Australia is a trading nation. Almost every facet of the Australian way of life relies on our capacity to move goods to, from and around the country. Whether it is moving product from farms or mines, transporting cars from ports to dealerships, or servicing our major global cities with building materials, groceries or smart phones, we are reliant on complex supply chains largely hidden from every day view.
Australia’s freight operators and infrastructure providers have excelled over recent decades in extracting more efficiency and capacity from our existing logistics networks. Innovations like larger trucks with multiple trailers, and automation at port terminals have meant we can do more, with less. But with a 26 per cent forecast growth in freight over the next 12 years, these isolated, incremental improvements will be insufficient.
The strains on Australia’s freight networks, and in turn our economy, are already beginning to be felt. A range of macro indicators, coupled with feedback from customers and industry, show that Australia is falling behind on freight.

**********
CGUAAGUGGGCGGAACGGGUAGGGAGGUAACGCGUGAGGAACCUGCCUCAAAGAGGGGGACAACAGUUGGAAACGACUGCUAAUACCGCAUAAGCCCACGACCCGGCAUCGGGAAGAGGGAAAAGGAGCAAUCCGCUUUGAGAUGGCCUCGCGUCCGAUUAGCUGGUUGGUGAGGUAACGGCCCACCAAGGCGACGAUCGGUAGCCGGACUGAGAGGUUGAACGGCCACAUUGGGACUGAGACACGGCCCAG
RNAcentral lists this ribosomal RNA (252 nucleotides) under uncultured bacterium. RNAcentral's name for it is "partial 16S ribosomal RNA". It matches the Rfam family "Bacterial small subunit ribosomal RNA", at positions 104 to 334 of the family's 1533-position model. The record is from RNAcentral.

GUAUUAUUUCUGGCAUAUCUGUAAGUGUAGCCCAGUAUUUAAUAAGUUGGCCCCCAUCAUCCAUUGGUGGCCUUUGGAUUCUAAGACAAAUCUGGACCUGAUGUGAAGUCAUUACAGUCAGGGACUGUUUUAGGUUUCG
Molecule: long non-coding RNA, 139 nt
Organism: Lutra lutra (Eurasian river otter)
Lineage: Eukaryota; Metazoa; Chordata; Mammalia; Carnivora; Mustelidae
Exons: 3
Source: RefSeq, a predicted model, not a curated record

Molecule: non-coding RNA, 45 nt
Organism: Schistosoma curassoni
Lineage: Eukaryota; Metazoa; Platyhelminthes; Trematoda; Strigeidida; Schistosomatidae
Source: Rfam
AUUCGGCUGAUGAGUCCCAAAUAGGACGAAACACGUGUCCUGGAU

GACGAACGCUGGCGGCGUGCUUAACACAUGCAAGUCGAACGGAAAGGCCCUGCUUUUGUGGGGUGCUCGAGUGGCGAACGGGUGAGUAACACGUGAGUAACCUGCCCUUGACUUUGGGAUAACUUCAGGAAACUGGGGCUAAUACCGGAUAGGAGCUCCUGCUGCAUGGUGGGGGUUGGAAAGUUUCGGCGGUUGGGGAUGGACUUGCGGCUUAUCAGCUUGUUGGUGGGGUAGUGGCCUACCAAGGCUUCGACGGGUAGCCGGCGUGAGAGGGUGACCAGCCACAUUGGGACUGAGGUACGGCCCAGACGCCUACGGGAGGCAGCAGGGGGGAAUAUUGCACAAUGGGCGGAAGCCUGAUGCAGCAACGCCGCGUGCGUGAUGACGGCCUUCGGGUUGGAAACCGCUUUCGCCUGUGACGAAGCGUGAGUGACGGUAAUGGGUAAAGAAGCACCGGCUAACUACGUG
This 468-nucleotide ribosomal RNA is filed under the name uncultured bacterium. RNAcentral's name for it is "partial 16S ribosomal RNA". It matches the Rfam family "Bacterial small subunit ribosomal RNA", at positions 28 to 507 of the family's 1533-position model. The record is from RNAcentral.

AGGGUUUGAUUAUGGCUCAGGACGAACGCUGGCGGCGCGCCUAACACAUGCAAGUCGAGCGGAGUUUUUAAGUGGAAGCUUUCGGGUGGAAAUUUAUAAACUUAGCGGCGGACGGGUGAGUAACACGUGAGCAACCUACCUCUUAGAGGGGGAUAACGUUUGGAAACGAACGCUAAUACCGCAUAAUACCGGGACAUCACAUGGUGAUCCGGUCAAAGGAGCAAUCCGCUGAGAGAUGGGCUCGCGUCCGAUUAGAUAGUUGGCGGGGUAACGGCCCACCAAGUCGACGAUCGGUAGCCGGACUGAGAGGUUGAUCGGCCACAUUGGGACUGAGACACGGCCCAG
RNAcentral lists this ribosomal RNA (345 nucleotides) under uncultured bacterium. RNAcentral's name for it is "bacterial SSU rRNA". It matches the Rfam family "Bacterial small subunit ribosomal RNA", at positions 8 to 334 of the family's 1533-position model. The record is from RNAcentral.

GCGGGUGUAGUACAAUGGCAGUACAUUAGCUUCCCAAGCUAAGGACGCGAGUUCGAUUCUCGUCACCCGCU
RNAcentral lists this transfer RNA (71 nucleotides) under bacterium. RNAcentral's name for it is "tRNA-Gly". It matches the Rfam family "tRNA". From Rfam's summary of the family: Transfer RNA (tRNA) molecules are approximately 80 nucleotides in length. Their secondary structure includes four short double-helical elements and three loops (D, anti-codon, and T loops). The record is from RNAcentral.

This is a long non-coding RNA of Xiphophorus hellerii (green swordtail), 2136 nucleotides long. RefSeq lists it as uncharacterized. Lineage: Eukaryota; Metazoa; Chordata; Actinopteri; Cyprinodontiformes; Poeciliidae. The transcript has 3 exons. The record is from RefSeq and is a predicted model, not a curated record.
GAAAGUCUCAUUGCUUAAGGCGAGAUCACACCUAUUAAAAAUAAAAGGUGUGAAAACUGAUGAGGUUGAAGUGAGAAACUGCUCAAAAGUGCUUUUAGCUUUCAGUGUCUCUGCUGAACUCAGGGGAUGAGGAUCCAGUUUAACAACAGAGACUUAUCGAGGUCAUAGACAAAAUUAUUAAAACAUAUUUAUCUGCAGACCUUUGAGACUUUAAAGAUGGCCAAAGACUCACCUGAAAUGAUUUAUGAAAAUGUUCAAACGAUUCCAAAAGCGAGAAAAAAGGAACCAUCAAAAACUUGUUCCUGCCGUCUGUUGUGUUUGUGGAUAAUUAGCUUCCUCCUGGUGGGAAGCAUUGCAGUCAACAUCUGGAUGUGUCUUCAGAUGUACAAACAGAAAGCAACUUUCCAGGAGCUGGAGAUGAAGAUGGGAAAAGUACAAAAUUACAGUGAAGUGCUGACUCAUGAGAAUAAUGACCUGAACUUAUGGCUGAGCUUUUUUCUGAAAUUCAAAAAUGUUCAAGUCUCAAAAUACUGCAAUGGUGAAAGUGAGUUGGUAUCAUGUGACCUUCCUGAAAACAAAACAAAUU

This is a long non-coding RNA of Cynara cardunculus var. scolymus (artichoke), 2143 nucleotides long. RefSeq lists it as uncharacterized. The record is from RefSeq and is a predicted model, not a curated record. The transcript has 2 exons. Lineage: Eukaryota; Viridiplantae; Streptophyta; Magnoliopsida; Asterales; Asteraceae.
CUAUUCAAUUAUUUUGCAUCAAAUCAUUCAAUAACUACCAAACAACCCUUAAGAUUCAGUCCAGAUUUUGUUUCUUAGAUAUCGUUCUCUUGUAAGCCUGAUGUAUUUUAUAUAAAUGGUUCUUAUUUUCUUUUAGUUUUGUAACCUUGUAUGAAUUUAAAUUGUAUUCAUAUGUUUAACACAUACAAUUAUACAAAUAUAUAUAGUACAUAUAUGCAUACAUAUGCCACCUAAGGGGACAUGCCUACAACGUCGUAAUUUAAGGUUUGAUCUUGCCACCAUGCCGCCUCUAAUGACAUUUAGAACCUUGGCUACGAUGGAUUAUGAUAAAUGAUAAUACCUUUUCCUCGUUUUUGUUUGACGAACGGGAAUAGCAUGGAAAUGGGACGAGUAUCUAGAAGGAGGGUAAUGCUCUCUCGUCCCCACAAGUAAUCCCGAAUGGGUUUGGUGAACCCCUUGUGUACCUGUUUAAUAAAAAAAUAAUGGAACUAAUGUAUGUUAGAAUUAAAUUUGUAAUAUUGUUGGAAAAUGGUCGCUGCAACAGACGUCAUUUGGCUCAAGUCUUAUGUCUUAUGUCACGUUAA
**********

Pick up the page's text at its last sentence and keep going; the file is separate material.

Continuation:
According to the World Bank, Australia underperforms other first world economies on logistic performance, sitting between Ireland and South Africa in 19th position.
A further measure for ease of ‘trading across borders’ places Australia 95th globally, this much lower than our 2006 ranking of 23rd. The 95th rank places Australia, at the bottom of our peer group of highincome countries.
These declining indicators of Australia’s global competitiveness are not theoretical or remote. They expose an everyday reality for Australian producers, exporters and consumers. They are indicative of the higher costs and longer lead times that make Australian businesses less competitive, and see Australian consumers pay higher prices.
These high level indicators only describe a snapshot of the problem. There is limited reliable data available to accurately understand where the pinch points, bottlenecks and breakdowns are across the supply chain. Along with a lack of insight about where constraints emerge, we have little information about how costly they are, meaning a policy or project response is often reliant on intuition rather than evidence.